Are your “reimbursements” actually taxable income?

a tug of war over your moneyYou may be getting “reimbursements” for mileage, meals, and lodging from your employer. But your employer and the IRS may be counting the money as taxable income.

IRS Publication 15 states: “Payments to your employee for travel and other necessary expenses of your business under a nonaccountable plan are wages and are treated as supplemental wages and subject to the withholding and payment of income, social security, Medicare, and FUTA taxes.”

If it is being reported as income, you need to still count your mileage, meals, lodging, etc. as itemized deductions when you do your taxes.

If it is reported as income, you need to count your mileage, meals, lodging, as itemized deductions. Click To Tweet

The best option is to be sure you have a 100% Accountable Reimbursement Policy, but my denominational office doesn’t work that way, so my out-of-town mileage, lodging, and meals “reimbursements” (so-called “special travel”) are counted as taxable income (it’s on the white sheet the conference sends with my W-2 every year).

Many pastors in my denomination are confused about this and believe that they can only deduct the difference between their “reimbursements” and going tax rates (for mileage, lodging, meals and incidentals). But this is not the case. If it shows up as income on your W-2, you need to get a tax deduction for the full amount of every mile, every meal, and every hotel room!

So when you see an IRS quote like, “The deduction for unreimbursed business meals is generally subject to a 50% limitation,” you need to know whether or not the IRS and your employer count your “reimbursements” as a reimbursement or as taxable income.

P.S. Instead of pouring over my meal and lodging receipts at tax time, I’m now just claiming my lodging and meals with the GSA Per Diem tool:

Are you satisfied?

“He who loves money will not be satisfied with money, nor he who loves wealth with his income; this too is vanity.” Ecclesiastes 5:10

People who love money will not be satisfied with money, nor he who loves wealth with his income

Money is a tool to use.

Even in our pursuit of financial freedom, we must never allow money or wealth become the end-goal. It is only a means to a different end: freedom to pursue God’s calling in your life; freedom to give generously; freedom from poverty and its added stresses and anxieties; a legacy of ministry for future generations…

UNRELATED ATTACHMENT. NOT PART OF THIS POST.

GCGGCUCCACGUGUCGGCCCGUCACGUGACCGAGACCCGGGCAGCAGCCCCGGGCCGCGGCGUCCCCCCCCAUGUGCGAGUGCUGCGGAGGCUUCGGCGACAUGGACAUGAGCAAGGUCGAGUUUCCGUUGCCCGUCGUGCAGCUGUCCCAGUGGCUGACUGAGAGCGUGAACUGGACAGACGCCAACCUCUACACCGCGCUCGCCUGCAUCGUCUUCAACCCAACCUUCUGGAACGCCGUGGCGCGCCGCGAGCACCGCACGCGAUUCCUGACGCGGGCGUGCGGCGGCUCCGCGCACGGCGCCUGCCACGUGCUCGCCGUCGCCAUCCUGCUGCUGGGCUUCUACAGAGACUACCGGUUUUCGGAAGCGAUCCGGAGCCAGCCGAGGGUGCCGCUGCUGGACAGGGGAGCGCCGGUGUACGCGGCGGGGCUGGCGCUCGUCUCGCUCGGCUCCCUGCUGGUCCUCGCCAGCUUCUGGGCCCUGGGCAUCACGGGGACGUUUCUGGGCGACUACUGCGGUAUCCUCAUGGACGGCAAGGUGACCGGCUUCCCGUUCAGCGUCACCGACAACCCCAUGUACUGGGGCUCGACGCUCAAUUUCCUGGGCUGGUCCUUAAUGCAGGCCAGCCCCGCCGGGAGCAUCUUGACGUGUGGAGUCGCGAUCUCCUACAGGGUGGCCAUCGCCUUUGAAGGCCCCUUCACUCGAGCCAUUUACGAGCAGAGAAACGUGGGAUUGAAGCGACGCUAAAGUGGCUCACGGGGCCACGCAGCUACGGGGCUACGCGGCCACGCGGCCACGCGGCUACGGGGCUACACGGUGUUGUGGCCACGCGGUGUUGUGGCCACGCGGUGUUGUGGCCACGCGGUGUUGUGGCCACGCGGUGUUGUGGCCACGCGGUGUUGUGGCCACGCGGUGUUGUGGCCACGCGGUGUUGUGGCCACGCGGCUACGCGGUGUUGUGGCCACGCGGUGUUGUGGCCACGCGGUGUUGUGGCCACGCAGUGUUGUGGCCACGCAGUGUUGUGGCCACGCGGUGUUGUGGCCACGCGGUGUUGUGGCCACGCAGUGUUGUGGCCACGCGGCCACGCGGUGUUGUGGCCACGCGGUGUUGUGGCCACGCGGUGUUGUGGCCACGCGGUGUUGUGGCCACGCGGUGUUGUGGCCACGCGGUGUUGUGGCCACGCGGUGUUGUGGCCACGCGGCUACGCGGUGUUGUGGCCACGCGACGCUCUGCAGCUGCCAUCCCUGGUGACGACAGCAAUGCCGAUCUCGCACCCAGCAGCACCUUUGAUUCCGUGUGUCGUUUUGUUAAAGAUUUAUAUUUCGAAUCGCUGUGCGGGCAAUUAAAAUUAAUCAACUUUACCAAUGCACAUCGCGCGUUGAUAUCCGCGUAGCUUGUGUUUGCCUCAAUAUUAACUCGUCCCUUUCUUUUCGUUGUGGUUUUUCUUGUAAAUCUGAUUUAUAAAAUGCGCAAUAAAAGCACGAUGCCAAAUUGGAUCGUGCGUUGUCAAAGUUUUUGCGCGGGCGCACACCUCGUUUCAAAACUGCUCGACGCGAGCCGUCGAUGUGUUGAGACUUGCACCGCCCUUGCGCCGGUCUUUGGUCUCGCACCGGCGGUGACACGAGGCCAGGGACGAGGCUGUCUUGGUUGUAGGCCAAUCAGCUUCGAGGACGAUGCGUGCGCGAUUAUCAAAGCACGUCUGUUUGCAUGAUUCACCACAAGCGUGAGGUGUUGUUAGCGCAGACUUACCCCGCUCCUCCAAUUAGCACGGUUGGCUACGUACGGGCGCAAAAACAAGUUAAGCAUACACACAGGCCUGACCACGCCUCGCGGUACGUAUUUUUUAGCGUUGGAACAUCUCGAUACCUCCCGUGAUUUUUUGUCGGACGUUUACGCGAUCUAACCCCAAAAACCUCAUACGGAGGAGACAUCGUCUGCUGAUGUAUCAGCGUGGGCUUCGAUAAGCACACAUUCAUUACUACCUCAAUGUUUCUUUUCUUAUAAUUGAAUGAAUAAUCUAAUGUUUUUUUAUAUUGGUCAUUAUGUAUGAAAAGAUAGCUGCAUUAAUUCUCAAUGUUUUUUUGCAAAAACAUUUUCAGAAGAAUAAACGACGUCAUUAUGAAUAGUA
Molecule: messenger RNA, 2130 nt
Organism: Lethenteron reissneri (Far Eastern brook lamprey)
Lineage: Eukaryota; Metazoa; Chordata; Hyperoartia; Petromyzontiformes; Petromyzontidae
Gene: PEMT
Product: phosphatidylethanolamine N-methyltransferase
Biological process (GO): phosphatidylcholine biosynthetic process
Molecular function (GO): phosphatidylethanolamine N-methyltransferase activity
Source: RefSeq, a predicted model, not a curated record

If money for money’s sake is the goal, you will never be satisfied!

What is your end-goal?

Extra Income from Moonlighting

Do you need extra income?

My employer has a strict “No Moonlighting Policy” (even though it’s probably illegal in California). They expect every pastor to give full and complete attention to their work as a pastor.

However, there are many ways to repurpose your ministry output, make connections in the community, and make extra income on the side. Many of these are even seen as evangelistic opportunities or prestigious ways to help your church’s standing in the community.

Repurposing Ministry

  • Do community weddings
  • Become a funeral pastor for area funeral homes
  • Write a book (from a sermon series)
  • Write a book (from personal ministry experiences)
  • Publish a Book Study Guide
  • Create a curriculum
  • Publish a video curriculum
  • Write, record, publish worship music
  • Do concerts
  • Market your sermon outlines
  • Sell CDs or MP3s of your sermons
  • Sell videos of your sermon series
  • Start a “supporting ministry”
  • Become part of the area “Pulpit Supply” (Great for Adventist Pastors)
  • Become an expert and lecture or do workshops
  • Create a religious smart phone app
  • Join the board of directors for a company
  • Get elected as an officer on a nonprofit board of directors


  • Create a job you can do ONLY while on vacation (4-6 weeks/year)


  • Don’t market to your own church members. They are not a captive audience for your side-hustle!
  • Don’t give your best time, thought, and energy to your side efforts. Reserve that for ministry.
  • Don’t give time to something else if your church is in turmoil. Unhappy members will make your life miserable.

We’ll talk about Copyright Law and your sermons in a different post.

What are some of your ideas for repurposing ministry to make more money on the side?

What is your financial thought horizon?

Financial Horizon
Poor people might just be trying to get through today.
The majority of the population might be planning through the next paycheck.
Debt-free people can typically plan out a year or more.
Rich people are planning decades out.
The truly wealthy are planning several generations in advance.
Does their financial situation change their time perspective?
Or does their time perspective change their financial situation?
What is your financial thought horizon?
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